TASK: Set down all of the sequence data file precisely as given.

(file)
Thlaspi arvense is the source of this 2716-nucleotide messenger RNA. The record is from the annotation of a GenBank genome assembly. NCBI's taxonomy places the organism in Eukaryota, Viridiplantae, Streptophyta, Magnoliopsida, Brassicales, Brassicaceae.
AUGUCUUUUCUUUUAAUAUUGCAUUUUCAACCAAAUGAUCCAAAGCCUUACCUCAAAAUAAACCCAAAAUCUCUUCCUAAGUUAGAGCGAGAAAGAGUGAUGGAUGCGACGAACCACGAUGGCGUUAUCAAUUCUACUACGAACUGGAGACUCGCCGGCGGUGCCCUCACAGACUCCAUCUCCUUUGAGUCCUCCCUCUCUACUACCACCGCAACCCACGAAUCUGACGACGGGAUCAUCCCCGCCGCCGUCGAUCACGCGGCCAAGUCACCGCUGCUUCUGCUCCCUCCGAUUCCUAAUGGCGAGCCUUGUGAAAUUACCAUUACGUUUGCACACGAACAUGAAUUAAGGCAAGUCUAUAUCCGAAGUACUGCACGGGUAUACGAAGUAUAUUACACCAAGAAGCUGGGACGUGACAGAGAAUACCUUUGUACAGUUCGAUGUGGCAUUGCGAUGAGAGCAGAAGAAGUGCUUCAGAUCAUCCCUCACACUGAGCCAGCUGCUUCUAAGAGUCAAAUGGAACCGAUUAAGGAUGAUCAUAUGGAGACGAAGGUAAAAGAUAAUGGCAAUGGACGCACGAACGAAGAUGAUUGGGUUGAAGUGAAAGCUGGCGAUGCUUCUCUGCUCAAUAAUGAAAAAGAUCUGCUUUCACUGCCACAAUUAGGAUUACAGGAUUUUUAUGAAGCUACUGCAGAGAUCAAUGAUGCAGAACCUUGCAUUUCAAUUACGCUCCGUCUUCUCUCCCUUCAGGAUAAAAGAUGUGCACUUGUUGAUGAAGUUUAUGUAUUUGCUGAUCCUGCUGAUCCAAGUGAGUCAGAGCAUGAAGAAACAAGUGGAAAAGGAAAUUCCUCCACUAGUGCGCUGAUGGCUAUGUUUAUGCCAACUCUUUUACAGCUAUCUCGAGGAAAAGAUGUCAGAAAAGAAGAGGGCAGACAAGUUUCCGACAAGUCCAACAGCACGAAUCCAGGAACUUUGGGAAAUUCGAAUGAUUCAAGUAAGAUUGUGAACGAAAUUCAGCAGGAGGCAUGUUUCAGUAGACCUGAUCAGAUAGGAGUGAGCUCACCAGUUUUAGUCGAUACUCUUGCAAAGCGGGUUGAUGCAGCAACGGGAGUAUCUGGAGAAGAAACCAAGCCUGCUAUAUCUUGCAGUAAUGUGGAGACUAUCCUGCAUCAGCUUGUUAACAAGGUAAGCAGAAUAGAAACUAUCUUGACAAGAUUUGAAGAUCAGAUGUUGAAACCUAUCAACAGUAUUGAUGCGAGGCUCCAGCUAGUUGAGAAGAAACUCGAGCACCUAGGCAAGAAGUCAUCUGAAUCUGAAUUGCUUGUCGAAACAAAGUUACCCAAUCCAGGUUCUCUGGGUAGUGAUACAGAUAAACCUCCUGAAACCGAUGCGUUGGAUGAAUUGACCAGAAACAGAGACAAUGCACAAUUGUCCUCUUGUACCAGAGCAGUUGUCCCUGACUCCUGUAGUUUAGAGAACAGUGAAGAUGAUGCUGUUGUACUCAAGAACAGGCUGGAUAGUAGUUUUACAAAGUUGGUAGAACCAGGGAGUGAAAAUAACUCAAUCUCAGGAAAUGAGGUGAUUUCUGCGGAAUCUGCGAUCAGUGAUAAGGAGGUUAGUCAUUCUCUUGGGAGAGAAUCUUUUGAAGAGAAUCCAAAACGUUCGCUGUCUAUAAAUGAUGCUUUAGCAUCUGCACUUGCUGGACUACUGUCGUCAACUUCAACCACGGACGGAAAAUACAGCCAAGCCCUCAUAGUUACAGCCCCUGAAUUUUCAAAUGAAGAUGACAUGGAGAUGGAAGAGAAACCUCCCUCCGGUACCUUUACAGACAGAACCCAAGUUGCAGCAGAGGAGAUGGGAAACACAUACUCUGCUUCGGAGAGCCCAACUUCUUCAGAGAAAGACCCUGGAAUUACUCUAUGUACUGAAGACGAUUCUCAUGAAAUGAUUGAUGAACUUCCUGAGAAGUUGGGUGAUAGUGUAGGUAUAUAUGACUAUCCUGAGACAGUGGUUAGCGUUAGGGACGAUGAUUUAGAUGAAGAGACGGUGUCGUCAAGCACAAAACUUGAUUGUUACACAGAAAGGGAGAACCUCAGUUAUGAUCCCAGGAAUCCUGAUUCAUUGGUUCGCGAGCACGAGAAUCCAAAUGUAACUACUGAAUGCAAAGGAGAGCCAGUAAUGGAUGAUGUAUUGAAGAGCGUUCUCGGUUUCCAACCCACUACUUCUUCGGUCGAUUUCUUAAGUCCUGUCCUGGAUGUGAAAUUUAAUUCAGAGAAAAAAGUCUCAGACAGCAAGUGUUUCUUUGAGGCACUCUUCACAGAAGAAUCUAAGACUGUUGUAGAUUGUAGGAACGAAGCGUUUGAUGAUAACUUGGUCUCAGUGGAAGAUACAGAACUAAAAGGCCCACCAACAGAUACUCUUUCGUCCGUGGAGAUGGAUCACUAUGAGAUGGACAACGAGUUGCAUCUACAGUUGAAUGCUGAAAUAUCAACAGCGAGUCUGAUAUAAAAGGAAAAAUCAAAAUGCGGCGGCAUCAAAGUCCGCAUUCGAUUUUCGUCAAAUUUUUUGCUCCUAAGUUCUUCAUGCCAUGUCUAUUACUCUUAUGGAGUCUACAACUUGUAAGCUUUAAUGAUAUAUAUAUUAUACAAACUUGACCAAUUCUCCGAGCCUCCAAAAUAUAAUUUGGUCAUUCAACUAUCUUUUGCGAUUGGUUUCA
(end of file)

Thlaspi arvense is the source of this 2716-nucleotide messenger RNA. The record is from the annotation of a GenBank genome assembly. NCBI's taxonomy places the organism in Eukaryota, Viridiplantae, Streptophyta, Magnoliopsida, Brassicales, Brassicaceae.
AUGUCUUUUCUUUUAAUAUUGCAUUUUCAACCAAAUGAUCCAAAGCCUUACCUCAAAAUAAACCCAAAAUCUCUUCCUAAGUUAGAGCGAGAAAGAGUGAUGGAUGCGACGAACCACGAUGGCGUUAUCAAUUCUACUACGAACUGGAGACUCGCCGGCGGUGCCCUCACAGACUCCAUCUCCUUUGAGUCCUCCCUCUCUACUACCACCGCAACCCACGAAUCUGACGACGGGAUCAUCCCCGCCGCCGUCGAUCACGCGGCCAAGUCACCGCUGCUUCUGCUCCCUCCGAUUCCUAAUGGCGAGCCUUGUGAAAUUACCAUUACGUUUGCACACGAACAUGAAUUAAGGCAAGUCUAUAUCCGAAGUACUGCACGGGUAUACGAAGUAUAUUACACCAAGAAGCUGGGACGUGACAGAGAAUACCUUUGUACAGUUCGAUGUGGCAUUGCGAUGAGAGCAGAAGAAGUGCUUCAGAUCAUCCCUCACACUGAGCCAGCUGCUUCUAAGAGUCAAAUGGAACCGAUUAAGGAUGAUCAUAUGGAGACGAAGGUAAAAGAUAAUGGCAAUGGACGCACGAACGAAGAUGAUUGGGUUGAAGUGAAAGCUGGCGAUGCUUCUCUGCUCAAUAAUGAAAAAGAUCUGCUUUCACUGCCACAAUUAGGAUUACAGGAUUUUUAUGAAGCUACUGCAGAGAUCAAUGAUGCAGAACCUUGCAUUUCAAUUACGCUCCGUCUUCUCUCCCUUCAGGAUAAAAGAUGUGCACUUGUUGAUGAAGUUUAUGUAUUUGCUGAUCCUGCUGAUCCAAGUGAGUCAGAGCAUGAAGAAACAAGUGGAAAAGGAAAUUCCUCCACUAGUGCGCUGAUGGCUAUGUUUAUGCCAACUCUUUUACAGCUAUCUCGAGGAAAAGAUGUCAGAAAAGAAGAGGGCAGACAAGUUUCCGACAAGUCCAACAGCACGAAUCCAGGAACUUUGGGAAAUUCGAAUGAUUCAAGUAAGAUUGUGAACGAAAUUCAGCAGGAGGCAUGUUUCAGUAGACCUGAUCAGAUAGGAGUGAGCUCACCAGUUUUAGUCGAUACUCUUGCAAAGCGGGUUGAUGCAGCAACGGGAGUAUCUGGAGAAGAAACCAAGCCUGCUAUAUCUUGCAGUAAUGUGGAGACUAUCCUGCAUCAGCUUGUUAACAAGGUAAGCAGAAUAGAAACUAUCUUGACAAGAUUUGAAGAUCAGAUGUUGAAACCUAUCAACAGUAUUGAUGCGAGGCUCCAGCUAGUUGAGAAGAAACUCGAGCACCUAGGCAAGAAGUCAUCUGAAUCUGAAUUGCUUGUCGAAACAAAGUUACCCAAUCCAGGUUCUCUGGGUAGUGAUACAGAUAAACCUCCUGAAACCGAUGCGUUGGAUGAAUUGACCAGAAACAGAGACAAUGCACAAUUGUCCUCUUGUACCAGAGCAGUUGUCCCUGACUCCUGUAGUUUAGAGAACAGUGAAGAUGAUGCUGUUGUACUCAAGAACAGGCUGGAUAGUAGUUUUACAAAGUUGGUAGAACCAGGGAGUGAAAAUAACUCAAUCUCAGGAAAUGAGGUGAUUUCUGCGGAAUCUGCGAUCAGUGAUAAGGAGGUUAGUCAUUCUCUUGGGAGAGAAUCUUUUGAAGAGAAUCCAAAACGUUCGCUGUCUAUAAAUGAUGCUUUAGCAUCUGCACUUGCUGGACUACUGUCGUCAACUUCAACCACGGACGGAAAAUACAGCCAAGCCCUCAUAGUUACAGCCCCUGAAUUUUCAAAUGAAGAUGACAUGGAGAUGGAAGAGAAACCUCCCUCCGGUACCUUUACAGACAGAACCCAAGUUGCAGCAGAGGAGAUGGGAAACACAUACUCUGCUUCGGAGAGCCCAACUUCUUCAGAGAAAGACCCUGGAAUUACUCUAUGUACUGAAGACGAUUCUCAUGAAAUGAUUGAUGAACUUCCUGAGAAGUUGGGUGAUAGUGUAGGUAUAUAUGACUAUCCUGAGACAGUGGUUAGCGUUAGGGACGAUGAUUUAGAUGAAGAGACGGUGUCGUCAAGCACAAAACUUGAUUGUUACACAGAAAGGGAGAACCUCAGUUAUGAUCCCAGGAAUCCUGAUUCAUUGGUUCGCGAGCACGAGAAUCCAAAUGUAACUACUGAAUGCAAAGGAGAGCCAGUAAUGGAUGAUGUAUUGAAGAGCGUUCUCGGUUUCCAACCCACUACUUCUUCGGUCGAUUUCUUAAGUCCUGUCCUGGAUGUGAAAUUUAAUUCAGAGAAAAAAGUCUCAGACAGCAAGUGUUUCUUUGAGGCACUCUUCACAGAAGAAUCUAAGACUGUUGUAGAUUGUAGGAACGAAGCGUUUGAUGAUAACUUGGUCUCAGUGGAAGAUACAGAACUAAAAGGCCCACCAACAGAUACUCUUUCGUCCGUGGAGAUGGAUCACUAUGAGAUGGACAACGAGUUGCAUCUACAGUUGAAUGCUGAAAUAUCAACAGCGAGUCUGAUAUAAAAGGAAAAAUCAAAAUGCGGCGGCAUCAAAGUCCGCAUUCGAUUUUCGUCAAAUUUUUUGCUCCUAAGUUCUUCAUGCCAUGUCUAUUACUCUUAUGGAGUCUACAACUUGUAAGCUUUAAUGAUAUAUAUAUUAUACAAACUUGACCAAUUCUCCGAGCCUCCAAAAUAUAAUUUGGUCAUUCAACUAUCUUUUGCGAUUGGUUUCA